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When (And When Not) to Refinance Your Mortgage

Refinancing a mortgage means paying off an existing loan and replacing it with a new one. There are many reasons why homeowners refinance: the opportunity to obtain a lower interest rate; the chance to shorten the term of their mortgage; the desire to convert from an adjustable-rate mortgage (ARM) to a fixed-rate mortgage, or vice versa; the opportunity to tap a home's equity in order to finance a large purchase; and the desire to consolidate debt. Some of these motivations have benefits and pitfalls. And because refinancing can cost 3% to 6% of the loan's principal and – like taking out the original mortgage –requires appraisal, title search and application fees, it's important for a homeowner to determine whether his or her reason for refinancing offers a true benefit.

 

Securing a Lower Interest Rate

 

One of the best reasons to refinance is to lower the interest rate on your existing loan. Historically, the rule of thumb was that it was worth the money to refinance if you could reduce your interest rate by at least 2%. Today, many lenders say 1% savings is enough of an incentive to refinance.

Reducing your interest rate not only helps you save money, it also increases the rate at which you build equity in your home, and it can decrease the size of your monthly payment. For example, a 30-year fixed-rate mortgage with an interest rate of 9% on a $100,000 home has a principal and interest payment of $804.62. That same loan at 6% reduces your payment to $599.55. 

 

 

Shortening the Loan's Term

 

When interest rates fall, homeowners often have the opportunity to refinance an existing loan for another loan that, without much change in the monthly payment, has a significantly shorter term. For that 30-year fixed-rate mortgage on a $100,000 home, refinancing from 9% to $5.5% cuts the term in half to 15 years, with only a slight change in the monthly payment from $804.62 to $817.08.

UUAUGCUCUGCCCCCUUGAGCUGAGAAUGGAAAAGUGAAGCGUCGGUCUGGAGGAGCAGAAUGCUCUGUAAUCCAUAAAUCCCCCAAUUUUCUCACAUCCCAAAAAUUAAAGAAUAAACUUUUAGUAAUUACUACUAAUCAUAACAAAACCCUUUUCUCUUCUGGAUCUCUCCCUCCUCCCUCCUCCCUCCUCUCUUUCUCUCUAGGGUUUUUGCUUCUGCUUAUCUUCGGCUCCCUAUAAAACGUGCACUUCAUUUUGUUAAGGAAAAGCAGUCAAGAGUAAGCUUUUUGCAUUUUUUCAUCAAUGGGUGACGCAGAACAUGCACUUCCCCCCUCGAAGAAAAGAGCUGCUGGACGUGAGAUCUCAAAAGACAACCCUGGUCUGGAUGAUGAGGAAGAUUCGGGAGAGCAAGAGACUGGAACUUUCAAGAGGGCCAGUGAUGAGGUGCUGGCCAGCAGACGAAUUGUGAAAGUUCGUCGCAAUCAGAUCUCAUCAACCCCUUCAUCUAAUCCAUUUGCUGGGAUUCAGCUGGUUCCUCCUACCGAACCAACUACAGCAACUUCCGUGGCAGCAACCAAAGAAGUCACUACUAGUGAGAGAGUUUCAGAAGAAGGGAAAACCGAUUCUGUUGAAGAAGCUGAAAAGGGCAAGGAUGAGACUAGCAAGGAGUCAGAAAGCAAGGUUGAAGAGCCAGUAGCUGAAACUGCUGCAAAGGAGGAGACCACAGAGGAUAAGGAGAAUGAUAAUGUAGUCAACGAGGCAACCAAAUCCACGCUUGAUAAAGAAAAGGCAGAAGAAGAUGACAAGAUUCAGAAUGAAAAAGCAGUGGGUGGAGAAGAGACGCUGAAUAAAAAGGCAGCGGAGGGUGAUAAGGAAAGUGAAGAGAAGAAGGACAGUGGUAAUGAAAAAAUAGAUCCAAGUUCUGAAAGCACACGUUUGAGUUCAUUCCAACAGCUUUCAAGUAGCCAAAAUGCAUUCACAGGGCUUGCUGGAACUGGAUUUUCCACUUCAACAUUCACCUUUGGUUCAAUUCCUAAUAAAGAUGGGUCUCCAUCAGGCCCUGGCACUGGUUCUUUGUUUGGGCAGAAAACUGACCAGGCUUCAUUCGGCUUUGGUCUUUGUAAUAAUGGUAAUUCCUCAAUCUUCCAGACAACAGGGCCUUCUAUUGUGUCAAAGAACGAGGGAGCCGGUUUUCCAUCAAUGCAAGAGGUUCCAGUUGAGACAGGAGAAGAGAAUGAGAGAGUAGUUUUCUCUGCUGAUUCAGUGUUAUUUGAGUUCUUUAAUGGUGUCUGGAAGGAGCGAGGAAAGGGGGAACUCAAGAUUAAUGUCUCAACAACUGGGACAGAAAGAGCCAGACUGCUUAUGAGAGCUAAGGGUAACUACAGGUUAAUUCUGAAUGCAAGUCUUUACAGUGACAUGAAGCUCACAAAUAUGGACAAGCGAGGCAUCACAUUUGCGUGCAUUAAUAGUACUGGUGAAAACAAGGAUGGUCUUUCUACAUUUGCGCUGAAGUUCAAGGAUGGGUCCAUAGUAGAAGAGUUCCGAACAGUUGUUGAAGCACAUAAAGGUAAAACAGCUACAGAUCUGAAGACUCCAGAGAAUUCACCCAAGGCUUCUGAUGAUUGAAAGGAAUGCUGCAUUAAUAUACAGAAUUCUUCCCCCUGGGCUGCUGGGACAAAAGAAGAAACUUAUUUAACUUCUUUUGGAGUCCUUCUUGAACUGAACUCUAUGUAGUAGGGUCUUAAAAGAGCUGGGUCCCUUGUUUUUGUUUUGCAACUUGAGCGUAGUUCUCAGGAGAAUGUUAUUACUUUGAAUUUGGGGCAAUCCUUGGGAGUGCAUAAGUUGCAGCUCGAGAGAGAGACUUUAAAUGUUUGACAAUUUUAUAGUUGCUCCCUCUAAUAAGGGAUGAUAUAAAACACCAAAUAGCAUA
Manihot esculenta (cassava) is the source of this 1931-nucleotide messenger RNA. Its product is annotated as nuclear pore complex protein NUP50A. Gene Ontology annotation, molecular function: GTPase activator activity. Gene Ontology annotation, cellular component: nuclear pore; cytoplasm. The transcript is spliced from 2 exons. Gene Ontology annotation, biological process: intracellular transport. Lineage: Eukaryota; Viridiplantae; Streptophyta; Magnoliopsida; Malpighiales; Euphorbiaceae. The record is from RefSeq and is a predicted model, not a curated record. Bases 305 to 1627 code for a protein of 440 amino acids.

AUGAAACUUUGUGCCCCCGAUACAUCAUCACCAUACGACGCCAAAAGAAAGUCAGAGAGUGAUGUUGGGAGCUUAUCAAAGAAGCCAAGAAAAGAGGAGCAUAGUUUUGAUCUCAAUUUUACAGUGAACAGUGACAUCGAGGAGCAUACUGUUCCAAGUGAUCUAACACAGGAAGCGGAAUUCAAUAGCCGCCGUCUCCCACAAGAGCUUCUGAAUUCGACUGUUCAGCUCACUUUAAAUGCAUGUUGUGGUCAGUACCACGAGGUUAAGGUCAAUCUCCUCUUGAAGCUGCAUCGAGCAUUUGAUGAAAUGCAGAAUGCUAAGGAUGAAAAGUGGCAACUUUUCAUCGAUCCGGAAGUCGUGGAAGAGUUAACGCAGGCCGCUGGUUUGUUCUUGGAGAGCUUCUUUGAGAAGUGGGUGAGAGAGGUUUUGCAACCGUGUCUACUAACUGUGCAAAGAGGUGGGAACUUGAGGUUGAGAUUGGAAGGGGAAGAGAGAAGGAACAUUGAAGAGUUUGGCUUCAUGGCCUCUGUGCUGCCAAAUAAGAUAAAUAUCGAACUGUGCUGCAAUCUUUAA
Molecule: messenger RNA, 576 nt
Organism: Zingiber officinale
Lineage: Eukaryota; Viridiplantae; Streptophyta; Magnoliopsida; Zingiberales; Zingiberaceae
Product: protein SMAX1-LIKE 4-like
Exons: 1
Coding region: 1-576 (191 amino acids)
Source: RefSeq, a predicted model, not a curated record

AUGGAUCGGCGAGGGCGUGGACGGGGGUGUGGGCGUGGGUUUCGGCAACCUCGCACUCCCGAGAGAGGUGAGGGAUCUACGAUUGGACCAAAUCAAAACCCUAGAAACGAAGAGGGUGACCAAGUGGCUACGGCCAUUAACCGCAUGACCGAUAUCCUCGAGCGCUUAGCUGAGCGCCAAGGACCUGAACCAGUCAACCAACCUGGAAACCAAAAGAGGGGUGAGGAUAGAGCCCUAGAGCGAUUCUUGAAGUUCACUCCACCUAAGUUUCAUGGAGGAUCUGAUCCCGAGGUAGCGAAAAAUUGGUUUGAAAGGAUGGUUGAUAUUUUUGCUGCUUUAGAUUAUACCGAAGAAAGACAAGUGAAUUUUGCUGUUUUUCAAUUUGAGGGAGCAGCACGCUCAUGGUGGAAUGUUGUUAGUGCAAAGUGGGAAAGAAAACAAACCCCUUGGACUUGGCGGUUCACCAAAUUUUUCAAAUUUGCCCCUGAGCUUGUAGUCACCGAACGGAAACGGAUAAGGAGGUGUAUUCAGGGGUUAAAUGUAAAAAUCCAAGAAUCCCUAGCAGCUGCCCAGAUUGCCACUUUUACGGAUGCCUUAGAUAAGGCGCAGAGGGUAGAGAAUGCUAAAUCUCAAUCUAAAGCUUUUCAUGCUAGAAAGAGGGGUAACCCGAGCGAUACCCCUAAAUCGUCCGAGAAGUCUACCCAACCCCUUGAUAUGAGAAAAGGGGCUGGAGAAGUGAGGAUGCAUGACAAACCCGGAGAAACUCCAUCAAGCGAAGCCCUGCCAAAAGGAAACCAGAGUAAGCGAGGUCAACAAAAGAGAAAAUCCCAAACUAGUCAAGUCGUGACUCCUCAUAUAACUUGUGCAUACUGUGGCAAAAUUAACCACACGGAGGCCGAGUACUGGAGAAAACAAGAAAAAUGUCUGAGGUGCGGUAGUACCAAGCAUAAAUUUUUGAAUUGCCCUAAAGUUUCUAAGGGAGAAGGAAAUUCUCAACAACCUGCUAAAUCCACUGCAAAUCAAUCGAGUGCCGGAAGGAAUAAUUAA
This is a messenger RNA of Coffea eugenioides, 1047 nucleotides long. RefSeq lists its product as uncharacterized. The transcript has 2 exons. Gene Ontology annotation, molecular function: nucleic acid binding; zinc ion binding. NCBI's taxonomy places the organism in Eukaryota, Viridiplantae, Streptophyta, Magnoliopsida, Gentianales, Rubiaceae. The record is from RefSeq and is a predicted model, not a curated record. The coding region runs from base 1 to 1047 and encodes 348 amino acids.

Converting Between Adjustable-Rate and Fixed-Rate Mortgages 

 

While ARMs often start out offering lower rates than fixed-rate mortgages, periodic adjustments often result in rate increases that are higher than the rate available through a fixed-rate mortgage. When this occurs, converting to a fixed-rate mortgage results in a lower interest rate and eliminates concern over future interest rate hikes.

 

Conversely, converting from a fixed-rate loan to an ARM can also be a sound financial strategy, particularly in a falling interest rate environment. If rates continue to fall, the periodic rate adjustments on an ARM result in decreasing rates and smaller monthly mortgage payments, eliminating the need to refinance every time rates drop.With mortgage interest rates rising, on the other hand, as they have begun to do, this would be an unwise strategy.

 

Converting to an ARM, which often has a lower monthly payment than a fixed-term mortgage, may be a good idea for homeowners who don't plan to stay in their home for more than a few years. If interest rates are falling, these homeowners can reduce their loan's interest rate and monthly payment, but they won't have to worry about interest rates rising in the future.

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Tapping Equity and Consolidating Debt

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While the previously mentioned reasons to refinance are all financially sound, mortgage refinancing can be a slippery slope to never-ending debt. It's important to keep this in mind when considering refinancing for the purpose of tapping into home equity or consolidating debt.

Homeowners often access the equity in their homes to cover major expenses, such as the costs of home remodelling or a child's college education. These homeowners may justify such refinancing by pointing out that remodelling adds value to the home or that the interest rate on the mortgage loan is less than the rate on money borrowed from another source. Another justification is that the interest on mortgages is tax deductible. While these arguments may be true, increasing the number of years that you owe on your mortgage is rarely a smart financial decision, nor is spending a dollar on interest to get a 30-cent tax deduction.